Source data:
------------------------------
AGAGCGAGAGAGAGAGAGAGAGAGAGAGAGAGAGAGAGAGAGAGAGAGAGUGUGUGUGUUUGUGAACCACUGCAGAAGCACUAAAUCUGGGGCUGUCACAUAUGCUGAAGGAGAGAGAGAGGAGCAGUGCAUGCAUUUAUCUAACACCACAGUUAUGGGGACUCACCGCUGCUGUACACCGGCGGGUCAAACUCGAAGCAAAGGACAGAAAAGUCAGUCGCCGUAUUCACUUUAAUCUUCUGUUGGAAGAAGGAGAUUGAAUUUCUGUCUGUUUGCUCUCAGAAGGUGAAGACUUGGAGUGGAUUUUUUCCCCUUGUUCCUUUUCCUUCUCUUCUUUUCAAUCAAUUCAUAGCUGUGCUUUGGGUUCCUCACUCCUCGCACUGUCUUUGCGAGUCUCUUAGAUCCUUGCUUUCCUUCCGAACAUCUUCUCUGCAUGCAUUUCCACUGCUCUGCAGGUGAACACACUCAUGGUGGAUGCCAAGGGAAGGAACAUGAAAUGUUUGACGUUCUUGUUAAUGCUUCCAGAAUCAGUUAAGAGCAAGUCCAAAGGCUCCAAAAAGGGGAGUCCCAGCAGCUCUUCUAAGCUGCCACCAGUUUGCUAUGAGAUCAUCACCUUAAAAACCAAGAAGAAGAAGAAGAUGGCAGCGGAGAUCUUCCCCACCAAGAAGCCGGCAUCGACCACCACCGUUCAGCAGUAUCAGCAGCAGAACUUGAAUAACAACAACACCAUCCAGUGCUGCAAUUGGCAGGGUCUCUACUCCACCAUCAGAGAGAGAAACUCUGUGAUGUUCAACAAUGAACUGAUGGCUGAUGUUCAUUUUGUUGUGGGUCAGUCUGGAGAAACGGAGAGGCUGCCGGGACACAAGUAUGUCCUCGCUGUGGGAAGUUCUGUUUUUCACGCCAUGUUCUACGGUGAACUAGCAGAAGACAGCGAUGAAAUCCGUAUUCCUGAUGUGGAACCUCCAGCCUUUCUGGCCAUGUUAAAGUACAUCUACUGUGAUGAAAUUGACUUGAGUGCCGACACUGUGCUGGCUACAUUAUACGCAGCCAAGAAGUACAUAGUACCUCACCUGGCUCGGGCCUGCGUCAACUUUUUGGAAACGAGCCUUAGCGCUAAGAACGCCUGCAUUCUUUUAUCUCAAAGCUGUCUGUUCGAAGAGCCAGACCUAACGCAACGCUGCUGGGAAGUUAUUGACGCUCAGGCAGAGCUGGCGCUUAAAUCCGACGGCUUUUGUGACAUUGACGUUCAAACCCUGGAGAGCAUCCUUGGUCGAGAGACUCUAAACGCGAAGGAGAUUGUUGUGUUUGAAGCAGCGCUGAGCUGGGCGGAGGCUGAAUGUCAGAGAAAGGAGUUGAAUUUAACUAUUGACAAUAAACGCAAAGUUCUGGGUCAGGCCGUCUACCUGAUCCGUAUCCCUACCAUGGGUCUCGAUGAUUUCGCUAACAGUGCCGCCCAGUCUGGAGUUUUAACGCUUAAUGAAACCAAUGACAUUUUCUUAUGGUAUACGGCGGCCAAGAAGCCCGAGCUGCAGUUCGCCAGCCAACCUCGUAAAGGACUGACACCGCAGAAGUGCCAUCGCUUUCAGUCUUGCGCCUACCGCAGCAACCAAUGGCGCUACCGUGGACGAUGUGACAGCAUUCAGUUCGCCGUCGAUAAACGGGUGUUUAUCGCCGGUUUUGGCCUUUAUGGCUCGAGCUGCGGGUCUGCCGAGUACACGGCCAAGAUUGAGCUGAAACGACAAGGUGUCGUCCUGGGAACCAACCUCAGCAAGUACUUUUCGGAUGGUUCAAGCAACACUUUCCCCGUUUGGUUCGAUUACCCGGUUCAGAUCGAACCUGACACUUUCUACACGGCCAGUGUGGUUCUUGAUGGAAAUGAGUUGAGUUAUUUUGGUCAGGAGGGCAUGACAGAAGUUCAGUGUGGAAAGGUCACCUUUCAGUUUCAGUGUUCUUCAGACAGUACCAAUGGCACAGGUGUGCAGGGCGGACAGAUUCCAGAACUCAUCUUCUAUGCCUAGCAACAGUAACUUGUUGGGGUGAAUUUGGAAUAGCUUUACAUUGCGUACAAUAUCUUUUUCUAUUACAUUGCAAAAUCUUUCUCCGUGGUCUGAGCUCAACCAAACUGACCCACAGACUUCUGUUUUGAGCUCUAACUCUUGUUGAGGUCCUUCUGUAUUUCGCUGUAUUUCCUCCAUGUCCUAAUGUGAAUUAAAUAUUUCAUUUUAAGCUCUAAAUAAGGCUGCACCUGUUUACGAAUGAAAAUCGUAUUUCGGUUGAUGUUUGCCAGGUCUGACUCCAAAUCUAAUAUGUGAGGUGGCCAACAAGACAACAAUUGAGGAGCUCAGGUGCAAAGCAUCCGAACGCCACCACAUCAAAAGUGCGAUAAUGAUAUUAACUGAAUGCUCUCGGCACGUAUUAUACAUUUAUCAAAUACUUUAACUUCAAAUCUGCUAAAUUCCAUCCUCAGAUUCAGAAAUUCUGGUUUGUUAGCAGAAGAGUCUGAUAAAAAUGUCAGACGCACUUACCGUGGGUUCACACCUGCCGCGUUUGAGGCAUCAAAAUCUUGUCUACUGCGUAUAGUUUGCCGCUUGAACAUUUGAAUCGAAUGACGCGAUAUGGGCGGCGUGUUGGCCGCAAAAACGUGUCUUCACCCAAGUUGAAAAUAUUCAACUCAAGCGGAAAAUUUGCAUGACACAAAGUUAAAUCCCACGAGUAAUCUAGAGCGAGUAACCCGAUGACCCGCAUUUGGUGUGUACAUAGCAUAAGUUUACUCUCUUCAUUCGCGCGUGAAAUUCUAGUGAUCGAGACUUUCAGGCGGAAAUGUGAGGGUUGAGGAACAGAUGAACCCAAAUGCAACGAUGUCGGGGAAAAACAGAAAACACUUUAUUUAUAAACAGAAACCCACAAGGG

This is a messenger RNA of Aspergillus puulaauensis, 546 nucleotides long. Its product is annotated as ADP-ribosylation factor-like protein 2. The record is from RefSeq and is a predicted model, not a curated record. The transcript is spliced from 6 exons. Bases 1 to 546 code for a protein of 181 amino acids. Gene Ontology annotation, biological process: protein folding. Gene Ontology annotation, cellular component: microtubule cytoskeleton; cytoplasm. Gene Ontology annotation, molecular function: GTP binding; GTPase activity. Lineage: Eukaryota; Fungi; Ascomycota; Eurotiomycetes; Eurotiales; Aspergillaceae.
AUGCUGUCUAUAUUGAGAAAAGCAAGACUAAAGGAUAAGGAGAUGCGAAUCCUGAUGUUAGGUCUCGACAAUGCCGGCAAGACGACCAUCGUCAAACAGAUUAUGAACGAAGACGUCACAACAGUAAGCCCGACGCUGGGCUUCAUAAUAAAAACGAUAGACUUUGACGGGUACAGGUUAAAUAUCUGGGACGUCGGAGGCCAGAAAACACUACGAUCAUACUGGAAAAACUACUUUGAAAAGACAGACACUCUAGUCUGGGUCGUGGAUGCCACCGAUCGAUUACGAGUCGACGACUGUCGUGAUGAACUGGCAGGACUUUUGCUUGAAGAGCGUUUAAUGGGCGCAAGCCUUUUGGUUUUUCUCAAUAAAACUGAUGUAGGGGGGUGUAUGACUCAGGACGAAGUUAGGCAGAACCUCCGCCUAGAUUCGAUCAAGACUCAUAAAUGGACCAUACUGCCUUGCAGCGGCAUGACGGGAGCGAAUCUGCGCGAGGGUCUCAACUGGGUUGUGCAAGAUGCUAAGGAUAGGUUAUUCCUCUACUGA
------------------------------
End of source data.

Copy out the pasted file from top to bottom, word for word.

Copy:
AGAGCGAGAGAGAGAGAGAGAGAGAGAGAGAGAGAGAGAGAGAGAGAGAGUGUGUGUGUUUGUGAACCACUGCAGAAGCACUAAAUCUGGGGCUGUCACAUAUGCUGAAGGAGAGAGAGAGGAGCAGUGCAUGCAUUUAUCUAACACCACAGUUAUGGGGACUCACCGCUGCUGUACACCGGCGGGUCAAACUCGAAGCAAAGGACAGAAAAGUCAGUCGCCGUAUUCACUUUAAUCUUCUGUUGGAAGAAGGAGAUUGAAUUUCUGUCUGUUUGCUCUCAGAAGGUGAAGACUUGGAGUGGAUUUUUUCCCCUUGUUCCUUUUCCUUCUCUUCUUUUCAAUCAAUUCAUAGCUGUGCUUUGGGUUCCUCACUCCUCGCACUGUCUUUGCGAGUCUCUUAGAUCCUUGCUUUCCUUCCGAACAUCUUCUCUGCAUGCAUUUCCACUGCUCUGCAGGUGAACACACUCAUGGUGGAUGCCAAGGGAAGGAACAUGAAAUGUUUGACGUUCUUGUUAAUGCUUCCAGAAUCAGUUAAGAGCAAGUCCAAAGGCUCCAAAAAGGGGAGUCCCAGCAGCUCUUCUAAGCUGCCACCAGUUUGCUAUGAGAUCAUCACCUUAAAAACCAAGAAGAAGAAGAAGAUGGCAGCGGAGAUCUUCCCCACCAAGAAGCCGGCAUCGACCACCACCGUUCAGCAGUAUCAGCAGCAGAACUUGAAUAACAACAACACCAUCCAGUGCUGCAAUUGGCAGGGUCUCUACUCCACCAUCAGAGAGAGAAACUCUGUGAUGUUCAACAAUGAACUGAUGGCUGAUGUUCAUUUUGUUGUGGGUCAGUCUGGAGAAACGGAGAGGCUGCCGGGACACAAGUAUGUCCUCGCUGUGGGAAGUUCUGUUUUUCACGCCAUGUUCUACGGUGAACUAGCAGAAGACAGCGAUGAAAUCCGUAUUCCUGAUGUGGAACCUCCAGCCUUUCUGGCCAUGUUAAAGUACAUCUACUGUGAUGAAAUUGACUUGAGUGCCGACACUGUGCUGGCUACAUUAUACGCAGCCAAGAAGUACAUAGUACCUCACCUGGCUCGGGCCUGCGUCAACUUUUUGGAAACGAGCCUUAGCGCUAAGAACGCCUGCAUUCUUUUAUCUCAAAGCUGUCUGUUCGAAGAGCCAGACCUAACGCAACGCUGCUGGGAAGUUAUUGACGCUCAGGCAGAGCUGGCGCUUAAAUCCGACGGCUUUUGUGACAUUGACGUUCAAACCCUGGAGAGCAUCCUUGGUCGAGAGACUCUAAACGCGAAGGAGAUUGUUGUGUUUGAAGCAGCGCUGAGCUGGGCGGAGGCUGAAUGUCAGAGAAAGGAGUUGAAUUUAACUAUUGACAAUAAACGCAAAGUUCUGGGUCAGGCCGUCUACCUGAUCCGUAUCCCUACCAUGGGUCUCGAUGAUUUCGCUAACAGUGCCGCCCAGUCUGGAGUUUUAACGCUUAAUGAAACCAAUGACAUUUUCUUAUGGUAUACGGCGGCCAAGAAGCCCGAGCUGCAGUUCGCCAGCCAACCUCGUAAAGGACUGACACCGCAGAAGUGCCAUCGCUUUCAGUCUUGCGCCUACCGCAGCAACCAAUGGCGCUACCGUGGACGAUGUGACAGCAUUCAGUUCGCCGUCGAUAAACGGGUGUUUAUCGCCGGUUUUGGCCUUUAUGGCUCGAGCUGCGGGUCUGCCGAGUACACGGCCAAGAUUGAGCUGAAACGACAAGGUGUCGUCCUGGGAACCAACCUCAGCAAGUACUUUUCGGAUGGUUCAAGCAACACUUUCCCCGUUUGGUUCGAUUACCCGGUUCAGAUCGAACCUGACACUUUCUACACGGCCAGUGUGGUUCUUGAUGGAAAUGAGUUGAGUUAUUUUGGUCAGGAGGGCAUGACAGAAGUUCAGUGUGGAAAGGUCACCUUUCAGUUUCAGUGUUCUUCAGACAGUACCAAUGGCACAGGUGUGCAGGGCGGACAGAUUCCAGAACUCAUCUUCUAUGCCUAGCAACAGUAACUUGUUGGGGUGAAUUUGGAAUAGCUUUACAUUGCGUACAAUAUCUUUUUCUAUUACAUUGCAAAAUCUUUCUCCGUGGUCUGAGCUCAACCAAACUGACCCACAGACUUCUGUUUUGAGCUCUAACUCUUGUUGAGGUCCUUCUGUAUUUCGCUGUAUUUCCUCCAUGUCCUAAUGUGAAUUAAAUAUUUCAUUUUAAGCUCUAAAUAAGGCUGCACCUGUUUACGAAUGAAAAUCGUAUUUCGGUUGAUGUUUGCCAGGUCUGACUCCAAAUCUAAUAUGUGAGGUGGCCAACAAGACAACAAUUGAGGAGCUCAGGUGCAAAGCAUCCGAACGCCACCACAUCAAAAGUGCGAUAAUGAUAUUAACUGAAUGCUCUCGGCACGUAUUAUACAUUUAUCAAAUACUUUAACUUCAAAUCUGCUAAAUUCCAUCCUCAGAUUCAGAAAUUCUGGUUUGUUAGCAGAAGAGUCUGAUAAAAAUGUCAGACGCACUUACCGUGGGUUCACACCUGCCGCGUUUGAGGCAUCAAAAUCUUGUCUACUGCGUAUAGUUUGCCGCUUGAACAUUUGAAUCGAAUGACGCGAUAUGGGCGGCGUGUUGGCCGCAAAAACGUGUCUUCACCCAAGUUGAAAAUAUUCAACUCAAGCGGAAAAUUUGCAUGACACAAAGUUAAAUCCCACGAGUAAUCUAGAGCGAGUAACCCGAUGACCCGCAUUUGGUGUGUACAUAGCAUAAGUUUACUCUCUUCAUUCGCGCGUGAAAUUCUAGUGAUCGAGACUUUCAGGCGGAAAUGUGAGGGUUGAGGAACAGAUGAACCCAAAUGCAACGAUGUCGGGGAAAAACAGAAAACACUUUAUUUAUAAACAGAAACCCACAAGGG

This is a messenger RNA of Aspergillus puulaauensis, 546 nucleotides long. Its product is annotated as ADP-ribosylation factor-like protein 2. The record is from RefSeq and is a predicted model, not a curated record. The transcript is spliced from 6 exons. Bases 1 to 546 code for a protein of 181 amino acids. Gene Ontology annotation, biological process: protein folding. Gene Ontology annotation, cellular component: microtubule cytoskeleton; cytoplasm. Gene Ontology annotation, molecular function: GTP binding; GTPase activity. Lineage: Eukaryota; Fungi; Ascomycota; Eurotiomycetes; Eurotiales; Aspergillaceae.
AUGCUGUCUAUAUUGAGAAAAGCAAGACUAAAGGAUAAGGAGAUGCGAAUCCUGAUGUUAGGUCUCGACAAUGCCGGCAAGACGACCAUCGUCAAACAGAUUAUGAACGAAGACGUCACAACAGUAAGCCCGACGCUGGGCUUCAUAAUAAAAACGAUAGACUUUGACGGGUACAGGUUAAAUAUCUGGGACGUCGGAGGCCAGAAAACACUACGAUCAUACUGGAAAAACUACUUUGAAAAGACAGACACUCUAGUCUGGGUCGUGGAUGCCACCGAUCGAUUACGAGUCGACGACUGUCGUGAUGAACUGGCAGGACUUUUGCUUGAAGAGCGUUUAAUGGGCGCAAGCCUUUUGGUUUUUCUCAAUAAAACUGAUGUAGGGGGGUGUAUGACUCAGGACGAAGUUAGGCAGAACCUCCGCCUAGAUUCGAUCAAGACUCAUAAAUGGACCAUACUGCCUUGCAGCGGCAUGACGGGAGCGAAUCUGCGCGAGGGUCUCAACUGGGUUGUGCAAGAUGCUAAGGAUAGGUUAUUCCUCUACUGA